The Courier News from Blytheville, Arkansas on September 8, 1953 · Page 10
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The Courier News from Blytheville, Arkansas · Page 10

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Blytheville, Arkansas
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Tuesday, September 8, 1953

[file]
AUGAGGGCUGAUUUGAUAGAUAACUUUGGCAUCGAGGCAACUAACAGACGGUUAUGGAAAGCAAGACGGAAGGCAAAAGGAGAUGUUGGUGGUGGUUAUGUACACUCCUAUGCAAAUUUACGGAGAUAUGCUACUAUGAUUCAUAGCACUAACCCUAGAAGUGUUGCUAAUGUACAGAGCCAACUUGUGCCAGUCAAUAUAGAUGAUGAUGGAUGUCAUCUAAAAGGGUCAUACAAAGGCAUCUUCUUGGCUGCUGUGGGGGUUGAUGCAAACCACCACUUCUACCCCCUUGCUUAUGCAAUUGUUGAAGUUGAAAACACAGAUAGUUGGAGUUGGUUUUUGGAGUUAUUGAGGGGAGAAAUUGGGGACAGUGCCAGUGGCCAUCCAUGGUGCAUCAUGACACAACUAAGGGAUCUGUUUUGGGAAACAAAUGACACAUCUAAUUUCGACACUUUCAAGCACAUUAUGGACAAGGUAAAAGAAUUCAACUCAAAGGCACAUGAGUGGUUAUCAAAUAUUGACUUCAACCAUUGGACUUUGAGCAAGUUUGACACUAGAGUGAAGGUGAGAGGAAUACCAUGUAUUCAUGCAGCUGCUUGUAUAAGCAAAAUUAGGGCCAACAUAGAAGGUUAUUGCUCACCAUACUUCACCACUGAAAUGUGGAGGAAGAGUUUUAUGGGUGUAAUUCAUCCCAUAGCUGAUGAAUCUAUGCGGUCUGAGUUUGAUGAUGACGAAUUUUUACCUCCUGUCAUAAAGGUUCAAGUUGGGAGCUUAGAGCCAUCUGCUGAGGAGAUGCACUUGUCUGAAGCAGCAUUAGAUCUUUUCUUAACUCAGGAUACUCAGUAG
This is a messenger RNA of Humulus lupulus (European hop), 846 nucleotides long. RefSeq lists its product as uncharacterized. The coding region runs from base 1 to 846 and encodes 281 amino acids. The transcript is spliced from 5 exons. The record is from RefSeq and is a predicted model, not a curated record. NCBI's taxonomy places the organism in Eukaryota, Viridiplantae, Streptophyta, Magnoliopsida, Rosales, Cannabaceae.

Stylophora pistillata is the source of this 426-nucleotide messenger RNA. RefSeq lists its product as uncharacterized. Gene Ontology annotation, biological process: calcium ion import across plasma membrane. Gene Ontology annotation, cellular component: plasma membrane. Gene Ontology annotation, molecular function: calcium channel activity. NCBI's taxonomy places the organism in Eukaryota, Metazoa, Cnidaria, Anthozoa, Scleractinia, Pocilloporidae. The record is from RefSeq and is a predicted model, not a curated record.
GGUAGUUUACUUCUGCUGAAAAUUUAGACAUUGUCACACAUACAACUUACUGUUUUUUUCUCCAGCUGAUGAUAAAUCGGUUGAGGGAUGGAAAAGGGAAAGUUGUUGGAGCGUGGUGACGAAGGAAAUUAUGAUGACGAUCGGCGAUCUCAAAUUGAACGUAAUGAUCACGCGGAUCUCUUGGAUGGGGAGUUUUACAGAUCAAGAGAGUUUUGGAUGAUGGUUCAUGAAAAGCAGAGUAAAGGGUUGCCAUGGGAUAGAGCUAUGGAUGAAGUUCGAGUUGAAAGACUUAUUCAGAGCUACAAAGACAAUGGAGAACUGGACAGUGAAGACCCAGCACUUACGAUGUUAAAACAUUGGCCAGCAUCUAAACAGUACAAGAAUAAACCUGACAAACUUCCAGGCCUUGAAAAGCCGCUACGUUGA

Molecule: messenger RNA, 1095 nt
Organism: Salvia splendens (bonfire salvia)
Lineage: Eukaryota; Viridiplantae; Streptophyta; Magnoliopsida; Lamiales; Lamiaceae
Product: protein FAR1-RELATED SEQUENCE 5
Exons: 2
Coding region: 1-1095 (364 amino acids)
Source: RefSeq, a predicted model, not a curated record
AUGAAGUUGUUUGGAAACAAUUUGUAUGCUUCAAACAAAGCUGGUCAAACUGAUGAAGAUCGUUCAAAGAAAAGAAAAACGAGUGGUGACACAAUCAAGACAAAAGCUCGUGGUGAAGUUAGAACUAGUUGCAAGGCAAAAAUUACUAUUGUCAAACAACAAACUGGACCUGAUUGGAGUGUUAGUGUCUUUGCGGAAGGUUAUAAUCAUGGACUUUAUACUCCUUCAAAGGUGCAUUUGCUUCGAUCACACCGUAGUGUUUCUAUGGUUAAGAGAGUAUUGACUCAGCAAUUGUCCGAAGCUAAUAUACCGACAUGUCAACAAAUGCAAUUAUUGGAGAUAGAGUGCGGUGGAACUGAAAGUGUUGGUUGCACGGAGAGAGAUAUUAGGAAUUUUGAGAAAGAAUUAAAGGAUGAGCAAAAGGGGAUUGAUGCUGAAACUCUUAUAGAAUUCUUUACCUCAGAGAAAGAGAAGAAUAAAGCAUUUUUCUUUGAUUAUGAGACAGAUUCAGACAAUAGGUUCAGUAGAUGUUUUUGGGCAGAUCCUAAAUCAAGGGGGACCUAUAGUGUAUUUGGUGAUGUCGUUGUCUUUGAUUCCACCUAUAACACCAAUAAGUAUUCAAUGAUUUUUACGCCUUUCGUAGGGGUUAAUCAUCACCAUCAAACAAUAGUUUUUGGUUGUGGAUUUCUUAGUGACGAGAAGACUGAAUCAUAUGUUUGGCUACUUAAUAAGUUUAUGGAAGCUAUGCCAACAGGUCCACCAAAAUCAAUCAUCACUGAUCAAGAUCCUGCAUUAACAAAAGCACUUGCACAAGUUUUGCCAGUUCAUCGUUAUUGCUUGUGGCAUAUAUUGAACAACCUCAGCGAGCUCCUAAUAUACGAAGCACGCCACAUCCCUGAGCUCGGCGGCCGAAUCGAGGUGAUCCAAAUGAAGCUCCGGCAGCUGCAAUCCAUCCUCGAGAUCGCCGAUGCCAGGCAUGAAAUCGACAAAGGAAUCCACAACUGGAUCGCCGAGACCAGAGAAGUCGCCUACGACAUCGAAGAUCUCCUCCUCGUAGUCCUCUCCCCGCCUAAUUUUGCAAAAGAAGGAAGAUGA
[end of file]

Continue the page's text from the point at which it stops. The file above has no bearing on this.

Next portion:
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TEN TUESDAY, SEPT. 8, 1968 GOP May Feature McCarthy In '54 Senatorial Campaigns By JACK BELL WASHINGTON (AP) — Some GOP leaders, convinced the voters generally look with favor on Sen. McCarthy's investigations of communism, intend to feature the Wisconsin He- Dublican in some of next year's senatorial campaigns. The Senate Republican Campaign Committee already has begun to line up ammunition •gainst five Democratic senators it regards as best bets for displacement in the November 1954 elections. They are Senators Frear of Del-i Sea. Coopei (R-Ky) will be bat- aware, Douglas of Illinois, Gillette | tling against what has often ^been of Iowa, Humphrey of Minnesota "~ ' ' " *»••->"• and Murray of Montana. A committee official who didn't want to be identified by name said that if present plans mature, McCarthy will be used in behalf of GOP candidates in some of these states. McCarthy took an active role in the 19*0 senatorial campaign in Maryland, which saw Sen. John M. Butler defeat the veteran Millard B. Tydlngs a Democrat. A Senate elections subcommittee •which investigated unanimously called it a "despicable back street campaign" and criticized tame of McCarthy's tactics. McCarthy himself was re-elected to a six-year term last year. While he won handily, he ran well behind the OOP margins polled in Wisconsin by President Eisenhower and Oov. Walter J. Kohler Jr. McCarthy, disclaiming any knowledge of committee plans, said he probably will make some political speeches next year but has no schedule. The senator told reporters he had received 619 invitations for speeches since the first of the year, and that "many of these invitations came from members of Congress." Sen. Dirksen of Illinois, chair- wan ot tht Senate campaign group, said future plans have not yet jelled. But he left no doubt he regards MCarthy as a definite asset. Dirksen said that at a recent Illinois meeting, the crowd gave Its greatest cheer to his mention of McCarthy's investigations. As the situation stands, the Republicans may go into the campaign outnumbered by the Democrats In the Senate. Not counting Sen. Morse (Ind-Ore), the count would be 48 Democrats and 47 Republicans if Oov. Prank Lausche of Ohio appoints a Democrat to succeed the late Sen. Robert A Taft. But GOP campaign committee officials say they're optimistic about retaining Senate control in next year's election. They regard Kentucky and Michigan as danger areas for them. Commodity And Stock Markets- Hew York Cotton (12:45 quotations) a Democratic trend n Kentucky in nonpresidential years. Cooper was elected last year to fill out the unexpired term of the late Sen. Chapman (D-Ky) when Eisenhower was losing the state by 700 votes, but Democrats are confident of winning back the Senate seat in 1954. Ferguson, who heads the Senate Republican Policy Committee, may face a Democratic challenge from Gov. G. Mennen Williams, who proved his vote-getting ability by winning re-election last year when Michigan was giving Eisenhower a 320.000-vote margin in the presidential race. The Republican committee lists as somewhat less doubtful the outcome of re-election battles of Sen. Dworshak (R-Idaho) and Sen. Saltonstall (R-Mass). Both are expected to face stiff opposition. The Republicans say they don't know how much of a vote-getter Sen. Kuchel. » GOP appointee, will prove in California. Outside of the five Democrats' against whom they plan to wage their most vigorous campaigns, the Republicans havo listed Democratic, Senators Kerr of Oklahoma and Anderson of Now Mexico for attention, with some hope of winning their seats. Pew Republicans here believe there Is much chance of knocking off Sen. Lyndon B. Johnson of Texas, the Democratic leader, although his state went for Elsen- hower last year. The GOP strategists privately list Senators Green of Rhode Island, Hunt of Wyoming and Edwin C. Johnson of Colorado as pretty good bets for re-election. They will make a showing against Hunt and against Sen. Neely, West Virginia Democrat, but not with too much optimism. If there is any real Republican effort to displace any of the Southern Democrats, it apparently will have to be generated locally In indivdual states. The GOP strategists here don't go for the idea that they have any valid chance of gaining seats south of the Mason ind Dixon Line. GERMANY (Continued from Page 1) cow radio held in B that the voting n atmosphere of was constant terror by the Adenauer police." The Chancellor's victory was an obvious setback to Soviet alms in Germany. It indicated that the German voters were neither confused nor frightened by Communist charges that Adenauer's policy meant war and his re-election would end "all possibility of the unification of Germany." Adenauer made It clear that he would press Tor quick enactment of Open High Low 12:4S 3325 3346 3378 3379 Oct 3329 3330 3322 Deo 3355 3357 3346 Mar 3383 3386 3317 May 3385 3387 3378 New Orleans Cotton (12:45 quotations) Open High Low 12:45 Oct 3325 3328 3330 3322 Dec 3353 3354 3342 3342 Mar 3382 3385 3374 3374 May 3385 3388 3374 3374 Chicago Corn Open High Low Close JSept .... 154% 156'/, 154% 156% Dec .... 145% 147% 145% 141% Chicago Wheat Open High Low Close Sept .... 190% 1931/2 ]g 0 % 183',; Dec .... 195% 199!/s i9 6 ij 198% Chicago Soybeans Open High Low Close Sept 259 260 257!4 259% Nov .... 254% 25614 254 256 Mar .... 257'i 259>, 2 257 259'A May .... 256'/ 2 258f4 256 1 /, 258'A New York Stocks (12:45 quotations) A T and T 155% Amer Tobacco 74S Anaconda Copper 32''i Beth steel 48'i Chrysler 68 !i Coca-Cola 109 : 'l Gen Electric 72Ti Gen Motors 56' s Montgomer Ward 51 ••/* N Y Central 21», Int arvester 26% J C Penny 70'i Repubu'c Steel 45 li Radio 22'a Socony Vacuum —... 3'-!i Studeb.iker ..: 27 ; i Standard of N J 71'.» Texas Corp , 51-'1 Sears ...' •• 5G a l U S Steel 36 Sou Pac .. 39 ').i Livestock NATIONAL STOCKYARDS, 111., Iff-) _ (USDA) — Hogs 12,500; moderately active; 200 Ib up 25-50, mostly 40-50 lower; lighter weights 50-75 lower; sows about steady; choice 200-250 Ib 24.75-25.00; few loads early 25.10; one short load 25.25; heavier weights .scarce; 110-190 Ib 23.00-24.25; 150-170 Ib 21.50-23.00; few at 23.25; 120-140 Ib 18.50-20.75; sows 400 Ib down 21.25-23.00; few 23.25; heavier sows 19.25-21.25; boars 12.50-16.50. Cattle 7,000, calves 2,000; asking higher on all classes; few early sales steers and heifers mostly 50 higher; cows 50-100 higher; few loads choice steers 25.50-26.00; good and choice mixed yearlings and heifers 18.00-24.00; utility and commercial 9.00-12.00; canners and cutters 6.00-9.00; bulls and vealers steady; utility and commercial bulls 10.00-12.00; canners and cutters 7.00-9.50; good and choice vealers 12.00-18.00; few prime 21.00; utility »nd commercial 8.0012.00; good demand for slaughter calves and asking prices sharply hither. such pro-Western projects as the six-nation European army and the European Political Union, which he had made prime political Issues. "It Is of special importance that ;he young voters, who have come ot voting age since the last elec- ,lon, convincingly expressed their approval of the concept of an European Defense Community (EDO In which they would be called to serve." he declared. Under the EDO plan, SOfc.OOO German troops would be Included in ,hc projected European army, to be directed by nn international general staff. The West German Parlament has approved the EDC | pact but the Socialists have challenged its legality. West German President Theodor Heuss has agreed not to sign the ratification until a decision has been handed down by the nation's Constitutional Court. If Adenauer cnn win the support of the Rqfupne party, however, he can muster the majority needed to override even n court veto. West German officials sent back to East Germany yesterday the first of some 3.000 Soviet. Zone Communists jnilert by police last work as they crossed the border in nn attempt to sabotage the election. Some 7,000 agitators had been picked up crossing the border since Aug. 29. Many wore turned back on the spot. West German officiate said they had been sent by the Beds to disrupt the election by fomenting riots and attacking election officials and polling places. ITALY (Continued from Page n Yugoslav- ndministcred southern zone of the territory. Yugoslavia denied the charges and countered that the Italian troop movements to the Italian-Yugoslav border constituted "provocations." As the charges and countercharges mounted. U.S. Secretary of State Dulles told a press conference In Washington that president Eisenhower's government has been exploring possible alternatives to the Trieste-for-Italy dec- clnration, which Italy grimly holds ;o be a flat promise. Dulles added that no suitable alternative had been found. Italy's charge d'affaires In Washington, after a hurried conference with the secretary, announced he was "happy to lenrn the American position on Trieste is unchanged." The calming effect of this was offset by Tito's declaration. Before his speech Sunday, Tito had advocated that Italy and Yugoslavia administer Trieste jointly, with details to be worked out between the two governments. Britain and the United States now administer the northern part of the zone, which includes the port. The Trieste territory was Italian before World War II. The Italian Peace Treaty established it as a free zone, with an international government, but the Western Powers have never been able to agree with the Soviets on a governor. Round Trip ENID, OUa. (/PI — Bus drivers meet the funniest people. A woman sleepily took an early morning bus to work here, then Immediately fell asleep again and rode twice to the end of the line. 1 Finally the perplexed driver awoke hfa pnsscnger and asked her to par th* far*. Negro Pastors Hold Labor Day Meeting The Negro Interdenominational Ministerial Alliance yesterday observed the 18th anniversary of Labor Day in a meeting at Carter Temple AME Church here. Rev. Thomas J. Brown, pastor of Bethel AME Church, spoke on the Social Security probrani. pointing out that of the 60,000.000 persons now employed in the United States, most are covered by Federal Old Age and survivors Insurance and 48,000.000 are covered by Social Security. Nearly 5,500.000 persons are now receiving monthly benefits ranging from $25 to $127.50, he said. Other speakers Included Rev. E. D. Walls of Holly Springs. Miss., now pastor of Carter Temple; Rev. C. Franklin, of Enoch chapel AME; Rev. D. C. Harbor of Caruthcrsville CME; Rev. O. D. Botson, of Au- morc;l; Rev O. B. Log.ui D: '"- gusta CME; nud Rev. J. W. Knowles of Hcrmondale and Uuuie.tu 'Baptist, Churches, who presided. BANK REMODELING — Shown above are the new "cageless" tellers' cages installed In the Farmers Bnnk and Trust Company here during a recent remodeling. The all-metal roll-top cages are complete units, containing everything a teller needs from a stool to an individual safe. (Courier News Photo) Osceola Club Plans Essay Competition OSCEOLA—An essay contest on "What America Means to Me" is being sponsored here by the Osceola Progressive Club for high school and grade school students, Mrs. Ruth Massey, chairman of the club's Americanism committee, has announced. First prize will be a trip to Philadelphia, New York, Baltimore and Washington, and second prize will be $100. The nationwide contest is sponsored by the General Federation of Women's Clubs, with which Progressive Club Is affiliated. the County Farm Escapee Captured in Memphis Deputies Sheriffs Lester Aycrs and J. T. (Buster) Wigley returned I Pre[ i to Blaze Damages House Here A fire razed one room of the two-room home of James Gregor on Moultrie Drive this morning, according to Fire Chief Roy Head. Mrs. Gregor and her three children were next door at a neighbor's house when the fire broke out and Mr. Gregor had gone to work. Cause of the rive was attributed to an oil stove. The roof was damaged by the fire and the other room was damaged by smoke. Chief Head said. Mr. Gregor was reported to have taken his family to the home of his father after the fire. Neighbors of the Gregors have asked aid for the family. Mrs. Willie Beasley, 121 Magnolia Street, said contributions may be deliv- her house or donors may this morning from Memphis with. ca n her at 8422 and she will pick Jim Mays who had escaped from up donations. he county farm a week ago. The deputies took information to \Temphis as to the where abouts of Mays and assisted the Memphis police in the capture Sunday morn- With the Courts CHANCERY— Randolph Evans and Max Logan, trustee, vs. W. M. Dcnton, et al, foreclosure. CIRCUIT— (Criminal Division)—Robert Smith, Negro Deaths Annie J. Sledge Services for Annie Johnson Slcdse, 61, who died at lier home .it 1030 Harmon Sunday, will be conducted at 1 p.m. Thursday at St. Paul's Baptist Church by Rev. H. Boykins. Burial will be in Mt, Zion Cemetery with Home Funeral Home in A new chemical to protect foods from mold spoilage has been an- VINSON (Continued from Page 1) had officially recessed, to weigh a last-minute stay of execution granted by Justice William O. Douglas. The court swept aside the stay on June 19 and the Rosen- bergs were executed that night. In a formal opinion issued later Vinson said Douglas had the power to issue the stay, but he defended the court's action in setting it aside and said the body had acted properly in meeting in prompt special session. OOIUR-W1SE? THEN IT'S MAYTAG FOR YOU! nounced. The chemical is sorbic ' " mm "— 1 *-•— ™ acid which Is a fatty acid and can v •• <be used by the body like a food. Adam!. Appliance V.O. Inc. Negro Escapee Nabbed Here on Car Theft Count Alonzo Brooks, 18, Yazoo City, Miss., , Negro, was arrested , in Blytheville yesterday on a stolen car charge, Sheriff William Ber- rynian said this morning. Brooks had escaped from the county jail in Yazoo City, Saturday night and stole a car in which he made his getaway, according to Brooks' statement. The authorities first became auspicious of Brooks when the Osceola police arrested Henry Smith, Blytheville, Negro, as a result of an automobile accident there. The car which Smith was driving was the car that Brooks had stolen. Brooks was Being held in the Yazoo City jail waiting court action on a charge of automobile theft when he escaped, after having finished a sentence for stealing a car. Sheriff Berryman said that Brooks was not only wanted by the Mississippi authorities, but was also wanted by the FBI. He is being held here on a charge of bringing a stolen car into the state. He refused to sign a waiver for his return to Mississippi, the sheriff said. MCCARTHY (Continued from Page I) thy had said earlier he hoped would appear for questioning this week. Stevens, just back from a western vacation and a talk at Denver with President Eisenhower, has told reporters he plans to telephone McCarthy during the day to arrange for a meeting with him. The Ozarks are said to be the oldest mountains in the United States. 1RADI IT IN ON A NEW REMINGTON WITH AMAZING MIRACLE TAB DON EDWARDS CO. RENTALS-SALES-SERVICE 112 W. Walnut Phone 3382 RED CHECKER-Sen. Johnj M. Butler (R, Md.), heads a Senate subcommittee which will open hearings about Nov. 1 in an investigation of Com-, munist penetration of labor un-j ions. The committee will check] violations of existing laws and< determine whether there is any need for further legislation to eliminate the Communist mflu- : , ence in labor organizations./ Oldster Argued Age NEW BRITAIN, Conn. WFj — No one will ever know for sure whether Isaac A. Alkas was 124 or 127 years old when he died. His 90- year-old widow and state records gave his age at 127. Alkas always insisted .however, that he was three years younger. RHEUMATIC PAIN? KIDNEY-BLADDER I IRRITATION? Mountain VatoyWofcr bat b»«n recommended for rheumatic pain add lcidn«y-bladder irritation for ov«r 75 itltelpilot 1 »lmu) Kidney functio •*1 Soothe bladder irritation. ?S *• m 3 4 Pisthift* •wte. NMtrMa uric Kidttf. "*Sz£* RICHARDSON'S Cash Grocery Corner of 5!b A Main appeal from Municipal Court conviction of driving while intoxicated. R. B. Hodge, Jr.. appeal from i nn ' rk , of Municipal Court conviction of pub-1 ?;, .~|.'i c ,., lie drunkenness. ' fc (Civil Division)—Paragoulrt Southeastern Railway and St. Louis Soulhwo.st.em Railway vs. Ben and Daisy Scott, ejectment. Some 4.3 trillion gallons of rain wet the United States each day. charge. Survivors Include her husband, Matthews Slcdse: a sister. Irene Maud, Miss.; and two Mary Helen Sledge of Blylhevllle and Lucille Sharp of St. Louis. From' tropic seas off Madagascar, a fossil creature camo back to life with the discovery ot a living coelacnnth, a fish science not long ago considered to have been extinct. O ...to learn good grooming Teach your first-grader (he importance of maintaining a first-rate appearance at all times ... neat, trim, well-groomed. Washablcs, laundered crisp and sparkling clean, do wonders for his sense of pride and self respect . . ..at trifling cost to you (when we do the laundering, thai is). LAUNDRY - CLEANERS uyers: Are you figuring on gas heating or cooking? Do you have a stove to trade in? DON'T THROW YOUR OLD STOVE AWAY, because we take them on trade-in for new stoves. We cannot take them on furniture or other appliances. So be sure to TRADE your old coal or oil stove when you buy a new one. You get much more for it at Hubbard's. We have a complete stock of Gas Heaters made by Duo- Therm . . . and the smaller heaters by Thompson Manufacturing Company. We have gas ranges by Perfection and Florence. 40 Gallon Water Heaters Fuil Size Gas Range - - Apartment Size Gas Range $99.00 $99.00 $79.00 Let us figure your appliances to be connected from the meter, complete, all in one bill. Easy terms and GOOD TRADE-IN VALUE on your units. HUBBARD & SON Phone 4409 FURNITURE B| y* heville